Nonlinear model predictive control is proposed in multiple academic studies as an ad-vanced control system technology for vehicle operation at the limits of handling, allow-ing high tracking performance and formal consideration of system constraints. How-ever, the implementation of implicit nonlinear model predictive control (NMPC), in which the control problem is solved on-line, poses significant challenges in terms of computational load. This issue can be overcome through explicit NMPC, in which the optimization problem is solved off-line, and the resulting explicit solution, with guar-anteed level of sub-optimality, is evaluated on-line. Due to the simplicity of the explicit solution, the real-time execution of the controller is possible even on automotive control hardware platforms with low specifications. The explicit nature of the control law fa-cilitates feasibility checks and functional safety validation. This study presents a yaw and lateral stability controller based on explicit NMPC, actuated through the electro-hydraulically controlled friction brakes of the vehicle. The controller performance is demonstrated during sine-with-dwell tests simulated with a high-fidelity model. The analysis includes a comparison of implicit and explicit implementations of the control system.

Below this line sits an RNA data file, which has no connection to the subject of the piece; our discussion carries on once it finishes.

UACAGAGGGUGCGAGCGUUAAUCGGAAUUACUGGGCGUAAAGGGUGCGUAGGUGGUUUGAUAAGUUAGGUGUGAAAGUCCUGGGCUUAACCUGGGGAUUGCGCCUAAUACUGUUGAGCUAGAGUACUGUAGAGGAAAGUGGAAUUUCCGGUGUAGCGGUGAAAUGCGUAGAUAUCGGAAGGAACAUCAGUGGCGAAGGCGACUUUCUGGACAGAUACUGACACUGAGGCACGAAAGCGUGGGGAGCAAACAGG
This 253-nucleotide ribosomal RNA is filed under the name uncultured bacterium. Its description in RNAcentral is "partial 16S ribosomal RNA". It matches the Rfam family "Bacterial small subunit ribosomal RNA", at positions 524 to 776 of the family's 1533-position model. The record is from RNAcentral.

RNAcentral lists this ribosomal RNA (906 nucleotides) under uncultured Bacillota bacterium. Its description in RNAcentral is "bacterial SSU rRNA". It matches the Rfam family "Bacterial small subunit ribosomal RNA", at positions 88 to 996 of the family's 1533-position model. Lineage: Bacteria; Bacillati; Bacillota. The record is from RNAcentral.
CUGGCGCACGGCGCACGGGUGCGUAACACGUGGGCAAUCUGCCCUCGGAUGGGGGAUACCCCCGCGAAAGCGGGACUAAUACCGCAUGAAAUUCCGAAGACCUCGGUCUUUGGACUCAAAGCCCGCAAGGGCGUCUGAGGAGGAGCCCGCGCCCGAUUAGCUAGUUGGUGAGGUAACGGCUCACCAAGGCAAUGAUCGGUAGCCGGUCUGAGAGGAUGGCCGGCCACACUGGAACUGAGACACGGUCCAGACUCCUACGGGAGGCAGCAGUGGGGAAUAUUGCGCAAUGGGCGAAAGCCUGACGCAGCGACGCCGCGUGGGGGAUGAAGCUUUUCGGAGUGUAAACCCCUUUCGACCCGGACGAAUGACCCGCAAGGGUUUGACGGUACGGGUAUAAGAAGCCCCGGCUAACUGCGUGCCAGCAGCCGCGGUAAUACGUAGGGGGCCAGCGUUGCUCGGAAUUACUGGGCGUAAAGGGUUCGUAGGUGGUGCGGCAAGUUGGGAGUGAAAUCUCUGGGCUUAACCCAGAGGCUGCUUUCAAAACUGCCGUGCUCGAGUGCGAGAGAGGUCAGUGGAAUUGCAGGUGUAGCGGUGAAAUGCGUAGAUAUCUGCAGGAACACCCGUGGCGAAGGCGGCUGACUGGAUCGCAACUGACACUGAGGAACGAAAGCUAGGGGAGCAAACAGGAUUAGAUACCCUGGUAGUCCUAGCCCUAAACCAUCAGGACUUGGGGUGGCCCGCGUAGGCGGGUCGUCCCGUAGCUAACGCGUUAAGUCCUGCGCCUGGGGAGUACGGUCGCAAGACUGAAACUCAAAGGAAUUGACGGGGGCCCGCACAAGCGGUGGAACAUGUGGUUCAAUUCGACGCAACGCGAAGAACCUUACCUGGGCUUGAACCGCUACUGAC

This study presents a traction control system for electric vehicles with in-wheel motors, based on explicit non-linear model predictive control. The feedback law, available beforehand, is described in detail, together with its variation for different plant conditions. The explicit controller is implemented on a rapid control prototyping unit, which proves the real-time capability of the strategy, with computing times in the order of microseconds. These are significantly lower than the required sampling time for a traction control application. Hence, the explicit model predictive controller can run at the same frequency as a simple traction control system based on Proportional Integral (PI) technology. High-fidelity model simulations provide: i) a performance comparison of the proposed explicit non-linear model predictive controller with a benchmark PI-based traction controller with gain scheduling and anti-windup features; and ii) a performance comparison among two explicit and one implicit non-linear model predictive controllers based on different internal models, with and without consideration of transient tire behavior and load transfers. Experimental test results on an electric vehicle demonstrator are shown for one of the explicit non-linear model predictive controller formulations.